In July 2010, he also starred in advertisements about Medicare.[48][49][50]

Personal life

In 1945, while a student at the University of North Carolina, Griffith was initiated as a member of Phi Mu Alpha Sinfonia, a national social music fraternity for men.[51]

Griffith and Barbara Bray Edwards were married on August 22, 1949, and they adopted two children: a son named Andy Samuel Griffith Jr. (born in 1957 and better known as Sam Griffith) and a daughter named Dixie Nann Griffith.[52][53] They divorced in 1972. Sam, a real-estate developer, died in 1996 after years of alcoholism.[54] The senior Griffith's second wife was Solica Cassuto, a Greek actress. They were married from 1973 to 1981.[55] Griffith and Cindi Knight married on April 12, 1983, after they met while she was a cast member of "The Lost Colony"; this marriage endured until Griffith's death.[56] Griffith also had three granddaughters through his daughter Dixie.[57]

According to the 2015 book Andy & Don: The Making of a Friendship and a Classic American TV Show, Aneta Corsaut and the married Griffith had an ongoing affair throughout the five years they worked together on The Andy Griffith Show; the affair was an open secret amongst the cast and crew.[58]

Health and death

Griffith's first serious health problem was in April 1983 when he was diagnosed with Guillain–Barré syndrome and could not walk for seven months because of paralysis from the knees down.[59][60]

On May 9, 2000, he underwent quadruple heart-bypass surgery at Sentara Norfolk General Hospital in Norfolk, Virginia.[61]

After a fall, Griffith underwent hip surgery on September 5, 2007, at Cedars-Sinai Medical Center in Los Angeles.[62]

On July 3, 2012, Griffith died at his Roanoke Island home in Manteo, North Carolina, from a heart attack he had the day before; he was 86.[63][64] His death certificate listed hypertension, coronary artery disease, and hyperlipidemia as underlying health conditions.[64] In accordance with prior arrangements, no services were held at the time, and he was buried at the family cemetery on the island within five hours of his death.[65]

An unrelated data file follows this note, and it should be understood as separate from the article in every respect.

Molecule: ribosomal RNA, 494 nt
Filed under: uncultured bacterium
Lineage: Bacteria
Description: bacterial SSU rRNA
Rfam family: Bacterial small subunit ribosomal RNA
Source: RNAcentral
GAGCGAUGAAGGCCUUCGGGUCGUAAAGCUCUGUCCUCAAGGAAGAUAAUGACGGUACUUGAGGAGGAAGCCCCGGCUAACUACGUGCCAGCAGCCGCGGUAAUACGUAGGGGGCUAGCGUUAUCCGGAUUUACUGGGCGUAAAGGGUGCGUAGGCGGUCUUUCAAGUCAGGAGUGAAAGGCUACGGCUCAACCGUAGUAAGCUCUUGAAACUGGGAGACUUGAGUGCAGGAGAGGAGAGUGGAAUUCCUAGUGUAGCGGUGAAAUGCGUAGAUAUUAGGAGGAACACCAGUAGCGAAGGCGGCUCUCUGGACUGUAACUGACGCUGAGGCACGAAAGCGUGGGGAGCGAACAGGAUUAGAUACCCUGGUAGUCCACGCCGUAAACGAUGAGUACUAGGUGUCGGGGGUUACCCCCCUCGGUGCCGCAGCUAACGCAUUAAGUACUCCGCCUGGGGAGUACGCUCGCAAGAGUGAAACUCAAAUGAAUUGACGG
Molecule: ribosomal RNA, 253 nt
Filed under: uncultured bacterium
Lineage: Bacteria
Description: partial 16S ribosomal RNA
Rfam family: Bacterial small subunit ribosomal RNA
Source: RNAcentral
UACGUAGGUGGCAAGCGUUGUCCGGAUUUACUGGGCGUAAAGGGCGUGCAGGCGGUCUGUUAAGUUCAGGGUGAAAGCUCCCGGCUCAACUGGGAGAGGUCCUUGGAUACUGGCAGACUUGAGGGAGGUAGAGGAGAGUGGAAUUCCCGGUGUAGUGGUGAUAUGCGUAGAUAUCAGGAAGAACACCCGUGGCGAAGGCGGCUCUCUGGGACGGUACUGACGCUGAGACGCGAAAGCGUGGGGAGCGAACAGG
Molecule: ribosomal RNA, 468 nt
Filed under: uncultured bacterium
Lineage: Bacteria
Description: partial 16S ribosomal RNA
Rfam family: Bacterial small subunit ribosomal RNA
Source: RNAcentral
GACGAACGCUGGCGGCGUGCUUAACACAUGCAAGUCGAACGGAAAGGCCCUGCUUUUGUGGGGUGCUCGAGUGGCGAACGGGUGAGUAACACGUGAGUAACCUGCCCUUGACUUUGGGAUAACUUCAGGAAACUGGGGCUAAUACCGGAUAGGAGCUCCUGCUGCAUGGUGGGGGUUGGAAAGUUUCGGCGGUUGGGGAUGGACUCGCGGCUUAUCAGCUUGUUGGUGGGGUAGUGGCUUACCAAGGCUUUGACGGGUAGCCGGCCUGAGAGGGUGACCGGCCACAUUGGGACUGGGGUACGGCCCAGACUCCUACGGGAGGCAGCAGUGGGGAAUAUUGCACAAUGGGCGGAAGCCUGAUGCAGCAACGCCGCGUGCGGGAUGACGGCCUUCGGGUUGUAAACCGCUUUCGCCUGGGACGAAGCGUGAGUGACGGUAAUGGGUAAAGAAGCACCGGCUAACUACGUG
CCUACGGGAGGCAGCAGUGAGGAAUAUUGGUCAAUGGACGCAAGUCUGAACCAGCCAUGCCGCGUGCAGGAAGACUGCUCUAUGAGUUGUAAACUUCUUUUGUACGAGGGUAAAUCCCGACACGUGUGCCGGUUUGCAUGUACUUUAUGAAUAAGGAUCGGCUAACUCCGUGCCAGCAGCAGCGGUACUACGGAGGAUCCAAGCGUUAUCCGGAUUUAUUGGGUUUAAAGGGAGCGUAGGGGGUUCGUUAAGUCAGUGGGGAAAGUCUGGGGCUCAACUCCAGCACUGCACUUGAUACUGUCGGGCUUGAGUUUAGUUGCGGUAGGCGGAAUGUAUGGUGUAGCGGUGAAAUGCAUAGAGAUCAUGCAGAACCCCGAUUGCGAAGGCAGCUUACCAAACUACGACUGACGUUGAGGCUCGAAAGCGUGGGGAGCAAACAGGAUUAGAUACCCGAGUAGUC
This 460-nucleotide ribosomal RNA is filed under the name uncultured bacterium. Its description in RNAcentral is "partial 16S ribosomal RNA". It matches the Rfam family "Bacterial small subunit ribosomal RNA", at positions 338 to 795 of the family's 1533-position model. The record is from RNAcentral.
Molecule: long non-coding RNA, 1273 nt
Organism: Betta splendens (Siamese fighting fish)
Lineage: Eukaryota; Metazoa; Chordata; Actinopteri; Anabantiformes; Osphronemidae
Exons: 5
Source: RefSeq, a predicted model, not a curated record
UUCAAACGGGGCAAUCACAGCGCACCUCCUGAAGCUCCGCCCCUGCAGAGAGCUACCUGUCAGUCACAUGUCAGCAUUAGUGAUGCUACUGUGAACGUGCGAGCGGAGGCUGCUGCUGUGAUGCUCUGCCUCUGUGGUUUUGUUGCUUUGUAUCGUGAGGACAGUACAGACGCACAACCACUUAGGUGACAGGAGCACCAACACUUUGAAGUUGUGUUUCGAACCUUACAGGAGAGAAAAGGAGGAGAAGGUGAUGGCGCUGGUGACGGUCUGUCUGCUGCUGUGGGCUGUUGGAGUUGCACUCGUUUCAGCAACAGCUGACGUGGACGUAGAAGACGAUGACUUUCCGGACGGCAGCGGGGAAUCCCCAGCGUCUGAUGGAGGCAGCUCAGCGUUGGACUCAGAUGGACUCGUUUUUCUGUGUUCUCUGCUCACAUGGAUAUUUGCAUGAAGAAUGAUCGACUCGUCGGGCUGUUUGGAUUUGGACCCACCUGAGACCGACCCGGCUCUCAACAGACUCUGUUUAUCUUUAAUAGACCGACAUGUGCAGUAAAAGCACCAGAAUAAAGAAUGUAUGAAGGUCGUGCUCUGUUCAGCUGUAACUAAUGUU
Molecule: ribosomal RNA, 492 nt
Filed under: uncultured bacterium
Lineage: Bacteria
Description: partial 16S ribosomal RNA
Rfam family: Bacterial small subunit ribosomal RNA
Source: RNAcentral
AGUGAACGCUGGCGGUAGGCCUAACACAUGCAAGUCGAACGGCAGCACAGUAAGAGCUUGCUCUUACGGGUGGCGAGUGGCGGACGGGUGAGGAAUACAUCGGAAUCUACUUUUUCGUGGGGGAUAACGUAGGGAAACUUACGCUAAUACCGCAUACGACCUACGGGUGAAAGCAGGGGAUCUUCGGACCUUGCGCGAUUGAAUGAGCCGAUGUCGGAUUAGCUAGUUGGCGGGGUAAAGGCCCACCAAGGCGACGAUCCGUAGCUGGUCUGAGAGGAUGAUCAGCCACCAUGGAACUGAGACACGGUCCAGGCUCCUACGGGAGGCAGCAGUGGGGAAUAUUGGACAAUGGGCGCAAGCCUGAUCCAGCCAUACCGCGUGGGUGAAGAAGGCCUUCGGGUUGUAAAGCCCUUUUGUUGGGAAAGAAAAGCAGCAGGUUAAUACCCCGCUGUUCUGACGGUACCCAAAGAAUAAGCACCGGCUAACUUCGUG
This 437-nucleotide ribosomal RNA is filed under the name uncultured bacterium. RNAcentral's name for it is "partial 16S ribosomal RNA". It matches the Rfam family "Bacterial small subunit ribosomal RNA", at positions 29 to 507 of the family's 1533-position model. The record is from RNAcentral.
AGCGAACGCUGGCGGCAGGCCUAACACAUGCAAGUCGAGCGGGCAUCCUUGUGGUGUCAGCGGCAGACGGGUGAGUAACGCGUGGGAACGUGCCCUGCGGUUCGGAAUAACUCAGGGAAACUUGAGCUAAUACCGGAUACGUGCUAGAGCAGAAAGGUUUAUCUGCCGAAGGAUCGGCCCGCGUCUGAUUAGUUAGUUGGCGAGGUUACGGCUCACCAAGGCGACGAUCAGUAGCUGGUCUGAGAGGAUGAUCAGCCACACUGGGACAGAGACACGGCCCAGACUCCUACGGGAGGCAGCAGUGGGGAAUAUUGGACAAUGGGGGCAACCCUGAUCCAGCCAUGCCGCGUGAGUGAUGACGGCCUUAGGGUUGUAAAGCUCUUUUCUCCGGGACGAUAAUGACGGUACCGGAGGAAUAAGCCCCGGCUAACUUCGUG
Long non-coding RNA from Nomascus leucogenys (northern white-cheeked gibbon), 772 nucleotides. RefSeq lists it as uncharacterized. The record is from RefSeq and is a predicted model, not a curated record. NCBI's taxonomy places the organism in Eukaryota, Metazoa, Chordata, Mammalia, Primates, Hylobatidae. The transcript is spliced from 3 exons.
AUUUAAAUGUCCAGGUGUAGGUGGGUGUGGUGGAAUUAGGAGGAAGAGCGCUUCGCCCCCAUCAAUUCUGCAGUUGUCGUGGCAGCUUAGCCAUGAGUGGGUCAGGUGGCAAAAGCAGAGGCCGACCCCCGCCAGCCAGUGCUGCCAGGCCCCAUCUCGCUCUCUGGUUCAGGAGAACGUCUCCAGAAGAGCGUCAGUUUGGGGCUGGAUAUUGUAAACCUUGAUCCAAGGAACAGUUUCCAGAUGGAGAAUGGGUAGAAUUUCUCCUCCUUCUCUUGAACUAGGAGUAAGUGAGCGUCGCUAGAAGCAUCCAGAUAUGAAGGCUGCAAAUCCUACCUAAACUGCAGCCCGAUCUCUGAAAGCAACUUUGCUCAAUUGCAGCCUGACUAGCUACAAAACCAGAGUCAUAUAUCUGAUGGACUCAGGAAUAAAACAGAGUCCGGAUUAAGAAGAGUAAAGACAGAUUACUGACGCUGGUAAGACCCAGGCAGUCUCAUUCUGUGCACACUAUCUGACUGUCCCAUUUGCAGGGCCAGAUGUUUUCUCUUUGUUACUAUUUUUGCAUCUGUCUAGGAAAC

Awards and honors

Griffith receiving the Presidential Medal of Freedom from president George W. Bush (2005)




Short subjects

Television work

Year Title Role Notes
1955 No Time for Sergeants Will Stockdale Griffith's television debut, nominated for Emmy for best program of the year
1960 Make Room for Daddy Andy Taylor Episode: "Danny meets Andy Griffith"
(Andy and Opie Taylor were first introduced in season seven) (1960)
1960–1968 The Andy Griffith Show Sheriff Andy Taylor 249 episodes
1966–1968 Gomer Pyle, U.S.M.C. Andy Taylor 2 episodes, 1 uncredited
1968–1969 Mayberry R.F.D. Andy Taylor 5 episodes
1970 Headmaster Andy Thompson 13 episodes
1971 The New Andy Griffith Show Andy Sawyer 10 episodes
1972 The Mod Squad George Carter Episode: "Big George"
1972 The Strangers in 7A Artie Sawyer TV movie
1972 Hawaii Five-O Arnold Lovejoy Episode: "I'm a Family Crook, Don't Shoot!"
1973 Go Ask Alice Priest TV movie
1974 Pray for the Wildcats Sam Farragut TV movie
1974 Winter Kill Sheriff Sam McNeill TV movie
1974 Savages Horton Madec TV movie
1975 Adams of Eagle Lake Sheriff Sam Adams 2 episodes
1976 The Bionic Woman Jack Starkey Episode: "Angel of Mercy"
1976 Street Killing Gus Brenner TV movie
1976 Six Characters in Search of an Author The Father TV movie
1976 Frosty's Winter Wonderland Narrator (voice) TV short
1977 Washington: Behind Closed Doors Esker Scott Anderson TV mini-series, 6 episodes
1977 The Girl in the Empty Grave Police Chief Abel Marsh TV movie
1977 Deadly Game Police Chief Abel Marsh TV movie
1978–1979 Centennial Professor Lewis Vernor TV mini-series, 10 episodes
1979 Salvage 1 Harry Broderick 20 episodes
1979 From Here to Eternity General Barney Slater TV mini-series, 3 episodes
1979 Roots: The Next Generations Commander Robert Munroe TV mini-series
Episode: "#1.6"
1980 The Yeagers Carroll Yeager 2 episodes
1981 Murder in Texas Ash Robinson TV movie
1982 For Lovers Only Vernon Bliss TV movie
1982 Fantasy Island Judge Roy Bean Episode: "Legends/The Perfect Gentleman"
1983 Murder in Coweta County John Wallace TV movie
1983 The Demon Murder Case Guy Harris TV movie
1984 Fatal Vision Victor Worheide TV mini-series
1985 Crime of Innocence Judge Julius Sullivan TV movie
1986 Diary of a Perfect Murder Ben Matlock TV movie
1986 Return to Mayberry Andy Taylor TV movie
1986 Under the Influence Noah Talbot TV movie
1986–1995 Matlock Ben Matlock / Charlie Matlock 181 episodes
1993 The Andy Griffith Show Reunion Himself TV special
1994 The Gift of Love Phil Doucet TV movie
1995 Gramps Jack MacGruder TV movie
1997 Diagnosis: Murder Ben Matlock 2 episodes
1998 Scattering Dad Hiram TV movie
1999 A Holiday Romance Jake Peterson TV movie
2001 Dawson's Creek Andrew Lanier Episode: "A Winter's Tale"
2003 The Andy Griffith Show Reunion: Back to Mayberry Himself TV special[26]